Almost primitive: No showers, no cell service, but this campground has everything we need. Quinault River, giant trees, night sky with no light pollution, and plenty of places for Mikey to hang his hammock.


The next morning I ran along the Quinault, a beautiful 1,200-foot climb, to Pony Bridge.

I was pretty proud of myself for taking that narrow log bridge on the way back. My vertigo didn't kick in at all!


After my run, I attempted to re-create my homepage photo (so much less gray on his face six years ago!), but Winston doesn't love to cooperate for portrait sessions. See how much greener the campground was in 2011? As I type this we are getting our first real rain in three months.


At this point (and really for the previous couple of days) we could have driven home if we couldn't find a place to park for the night. And I really needed a shower. I had run the past two days with only wet wipes (Thanks, Dawn!) for cleanup. I really don't know how Mikey could stand being in the car with me, but he didn't complain at all!

So we headed north, hoping for a campsite at one of Olympic National Park's beach campgrounds or a state park near Forks. Only one of those places had showers.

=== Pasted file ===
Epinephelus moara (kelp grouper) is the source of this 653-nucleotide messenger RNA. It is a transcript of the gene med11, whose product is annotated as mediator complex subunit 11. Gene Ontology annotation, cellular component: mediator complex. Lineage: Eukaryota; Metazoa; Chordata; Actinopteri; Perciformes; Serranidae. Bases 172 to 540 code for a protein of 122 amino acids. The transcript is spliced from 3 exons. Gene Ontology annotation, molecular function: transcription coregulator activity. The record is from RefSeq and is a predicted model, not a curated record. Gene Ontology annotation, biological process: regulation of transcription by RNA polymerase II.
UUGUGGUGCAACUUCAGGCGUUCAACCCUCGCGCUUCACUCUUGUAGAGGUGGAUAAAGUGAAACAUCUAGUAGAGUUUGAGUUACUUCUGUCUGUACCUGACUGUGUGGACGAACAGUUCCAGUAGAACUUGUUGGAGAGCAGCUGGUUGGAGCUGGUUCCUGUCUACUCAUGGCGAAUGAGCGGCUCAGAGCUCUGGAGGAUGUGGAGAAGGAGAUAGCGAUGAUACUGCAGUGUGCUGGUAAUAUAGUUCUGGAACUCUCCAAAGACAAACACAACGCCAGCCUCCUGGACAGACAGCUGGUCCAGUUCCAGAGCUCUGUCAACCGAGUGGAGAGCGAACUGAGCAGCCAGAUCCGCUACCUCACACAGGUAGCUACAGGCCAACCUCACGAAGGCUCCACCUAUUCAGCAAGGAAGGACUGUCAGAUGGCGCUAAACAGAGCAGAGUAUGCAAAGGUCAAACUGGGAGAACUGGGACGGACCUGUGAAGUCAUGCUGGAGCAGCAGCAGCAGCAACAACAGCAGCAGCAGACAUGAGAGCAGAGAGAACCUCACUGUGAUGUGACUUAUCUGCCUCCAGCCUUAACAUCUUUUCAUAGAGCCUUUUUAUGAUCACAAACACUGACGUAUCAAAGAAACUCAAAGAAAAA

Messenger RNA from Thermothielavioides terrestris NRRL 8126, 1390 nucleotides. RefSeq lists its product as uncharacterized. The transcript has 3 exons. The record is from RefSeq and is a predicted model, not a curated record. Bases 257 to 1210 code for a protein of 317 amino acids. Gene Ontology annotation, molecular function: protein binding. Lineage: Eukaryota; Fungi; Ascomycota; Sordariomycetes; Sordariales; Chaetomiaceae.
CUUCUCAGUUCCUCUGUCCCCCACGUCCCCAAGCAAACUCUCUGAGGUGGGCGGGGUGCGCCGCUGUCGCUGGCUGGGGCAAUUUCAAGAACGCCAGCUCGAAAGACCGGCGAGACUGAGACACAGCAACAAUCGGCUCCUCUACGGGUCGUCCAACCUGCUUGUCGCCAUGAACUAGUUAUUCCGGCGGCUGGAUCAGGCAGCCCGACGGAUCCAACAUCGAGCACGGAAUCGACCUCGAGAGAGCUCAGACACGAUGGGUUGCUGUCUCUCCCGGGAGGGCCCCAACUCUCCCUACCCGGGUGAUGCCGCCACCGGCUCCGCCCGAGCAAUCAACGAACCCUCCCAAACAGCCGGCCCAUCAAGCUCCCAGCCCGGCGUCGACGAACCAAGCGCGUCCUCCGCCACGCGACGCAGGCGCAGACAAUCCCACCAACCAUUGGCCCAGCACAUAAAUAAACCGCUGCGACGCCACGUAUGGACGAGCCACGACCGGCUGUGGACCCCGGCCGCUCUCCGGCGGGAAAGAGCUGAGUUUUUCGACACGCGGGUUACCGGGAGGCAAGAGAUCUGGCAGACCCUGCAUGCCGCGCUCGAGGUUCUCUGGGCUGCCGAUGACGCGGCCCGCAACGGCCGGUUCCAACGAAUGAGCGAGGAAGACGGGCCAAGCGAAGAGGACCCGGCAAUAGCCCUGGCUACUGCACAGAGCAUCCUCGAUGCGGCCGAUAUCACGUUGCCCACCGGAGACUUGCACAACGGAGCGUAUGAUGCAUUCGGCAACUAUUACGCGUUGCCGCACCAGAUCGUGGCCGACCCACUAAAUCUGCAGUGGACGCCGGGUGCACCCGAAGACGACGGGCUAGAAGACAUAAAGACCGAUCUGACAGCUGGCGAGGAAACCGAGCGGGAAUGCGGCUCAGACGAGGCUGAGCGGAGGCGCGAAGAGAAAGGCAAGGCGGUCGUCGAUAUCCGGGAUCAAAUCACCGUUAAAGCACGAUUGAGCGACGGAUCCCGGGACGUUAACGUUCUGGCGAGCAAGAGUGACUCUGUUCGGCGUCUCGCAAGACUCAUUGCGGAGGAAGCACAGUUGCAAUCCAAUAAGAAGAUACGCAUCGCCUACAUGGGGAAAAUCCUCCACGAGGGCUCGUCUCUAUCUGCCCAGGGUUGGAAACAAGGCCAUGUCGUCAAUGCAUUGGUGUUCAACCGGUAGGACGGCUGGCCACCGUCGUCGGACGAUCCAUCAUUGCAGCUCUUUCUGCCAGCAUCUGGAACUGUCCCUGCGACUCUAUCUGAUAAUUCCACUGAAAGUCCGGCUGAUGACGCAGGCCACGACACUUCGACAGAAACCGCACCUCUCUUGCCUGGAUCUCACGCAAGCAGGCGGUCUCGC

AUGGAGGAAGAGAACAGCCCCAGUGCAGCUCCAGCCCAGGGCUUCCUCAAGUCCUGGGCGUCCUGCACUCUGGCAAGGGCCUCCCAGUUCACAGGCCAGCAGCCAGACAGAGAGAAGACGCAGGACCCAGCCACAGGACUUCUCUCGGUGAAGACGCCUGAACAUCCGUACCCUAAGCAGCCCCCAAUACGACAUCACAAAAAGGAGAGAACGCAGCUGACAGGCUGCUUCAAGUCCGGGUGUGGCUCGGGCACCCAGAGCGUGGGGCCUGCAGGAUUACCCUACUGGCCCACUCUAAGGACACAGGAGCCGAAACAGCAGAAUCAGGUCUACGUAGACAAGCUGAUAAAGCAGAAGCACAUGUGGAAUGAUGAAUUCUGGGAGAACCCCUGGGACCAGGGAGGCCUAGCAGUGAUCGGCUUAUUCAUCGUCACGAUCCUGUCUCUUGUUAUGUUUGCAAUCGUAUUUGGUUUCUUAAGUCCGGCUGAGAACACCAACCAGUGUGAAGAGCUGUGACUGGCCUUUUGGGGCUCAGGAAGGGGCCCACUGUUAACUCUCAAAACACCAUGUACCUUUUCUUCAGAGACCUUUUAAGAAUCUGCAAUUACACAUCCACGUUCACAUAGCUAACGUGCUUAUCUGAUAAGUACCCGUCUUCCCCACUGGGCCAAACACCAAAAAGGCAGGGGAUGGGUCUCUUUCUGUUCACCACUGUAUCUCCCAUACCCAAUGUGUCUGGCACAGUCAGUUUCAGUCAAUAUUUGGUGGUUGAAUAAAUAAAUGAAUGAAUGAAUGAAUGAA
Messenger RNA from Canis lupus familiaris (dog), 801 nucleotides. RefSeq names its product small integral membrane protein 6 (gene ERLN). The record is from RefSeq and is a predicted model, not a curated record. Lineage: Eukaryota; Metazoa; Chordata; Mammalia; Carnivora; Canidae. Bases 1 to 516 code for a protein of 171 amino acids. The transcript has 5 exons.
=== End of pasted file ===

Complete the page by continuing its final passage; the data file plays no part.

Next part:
(Photo is from an unnamed waterfall on our way out of Graves Creek. Even with as dry a summer as we've had, the water continues to flow in the mountains.)

We ended up in Bogachiel State Park about 1 p.m. Friday and had our pick of campsites. The campground didn't fill until about 7 that evening, which really surprised me. This is Bogachiel's last year as a first-come first-served campground, so I'm sure that will change next year.

Mikey settled into his favorite spot while I took a well earned shower/Then I took Winston for a walk down to the Bogachiel River.


We decided to head home on Saturday but first made a side trip to Cape Flattery, the most northwest point of the lower 48. It was a short, easy hike with good views of the cliffs and Tatoosh Island (although we think there are prettier views farther south), and Mikey was happy to see seals hanging out on a nearby rock.

So if you've made it through this ridiculously long post, congrats! You must either really love me or really like photos of the Pacific Northwest! I wrote way too much and included way too many photos even though I've spent the past few weeks editing them down. Yikes. 

But it really was a beautiful trip, and I loved the easygoing flow of our time and travels. Another bonus of moving here!

Oh, and by the way, Winston has built back up to 2.5 miles. I'm not sure how much more I'll ask of him. He needs to burn the energy — not getting to run everyday really messes with his ability to stay calm — but I have to remember he is 11.

And now, I sew. (Because oh wow, it's been way too long since I've finished a project and even longer since I've posted on here about it.)